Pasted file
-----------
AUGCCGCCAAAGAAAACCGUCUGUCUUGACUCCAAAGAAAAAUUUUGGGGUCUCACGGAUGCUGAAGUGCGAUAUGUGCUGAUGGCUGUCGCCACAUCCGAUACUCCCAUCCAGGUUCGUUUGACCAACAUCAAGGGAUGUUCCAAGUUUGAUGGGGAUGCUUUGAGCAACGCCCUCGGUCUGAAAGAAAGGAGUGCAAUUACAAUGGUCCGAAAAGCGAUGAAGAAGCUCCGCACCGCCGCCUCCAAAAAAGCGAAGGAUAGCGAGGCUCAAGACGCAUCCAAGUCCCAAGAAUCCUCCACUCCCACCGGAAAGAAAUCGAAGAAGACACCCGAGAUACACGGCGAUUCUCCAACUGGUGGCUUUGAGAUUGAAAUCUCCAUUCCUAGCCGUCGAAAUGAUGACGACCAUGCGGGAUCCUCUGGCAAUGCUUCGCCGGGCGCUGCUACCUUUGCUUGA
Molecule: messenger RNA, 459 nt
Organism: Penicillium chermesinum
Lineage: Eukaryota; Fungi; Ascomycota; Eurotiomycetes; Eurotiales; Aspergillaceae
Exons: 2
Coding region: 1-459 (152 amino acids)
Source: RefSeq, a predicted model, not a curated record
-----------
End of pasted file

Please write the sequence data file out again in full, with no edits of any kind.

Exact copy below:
AUGCCGCCAAAGAAAACCGUCUGUCUUGACUCCAAAGAAAAAUUUUGGGGUCUCACGGAUGCUGAAGUGCGAUAUGUGCUGAUGGCUGUCGCCACAUCCGAUACUCCCAUCCAGGUUCGUUUGACCAACAUCAAGGGAUGUUCCAAGUUUGAUGGGGAUGCUUUGAGCAACGCCCUCGGUCUGAAAGAAAGGAGUGCAAUUACAAUGGUCCGAAAAGCGAUGAAGAAGCUCCGCACCGCCGCCUCCAAAAAAGCGAAGGAUAGCGAGGCUCAAGACGCAUCCAAGUCCCAAGAAUCCUCCACUCCCACCGGAAAGAAAUCGAAGAAGACACCCGAGAUACACGGCGAUUCUCCAACUGGUGGCUUUGAGAUUGAAAUCUCCAUUCCUAGCCGUCGAAAUGAUGACGACCAUGCGGGAUCCUCUGGCAAUGCUUCGCCGGGCGCUGCUACCUUUGCUUGA
Molecule: messenger RNA, 459 nt
Organism: Penicillium chermesinum
Lineage: Eukaryota; Fungi; Ascomycota; Eurotiomycetes; Eurotiales; Aspergillaceae
Exons: 2
Coding region: 1-459 (152 amino acids)
Source: RefSeq, a predicted model, not a curated record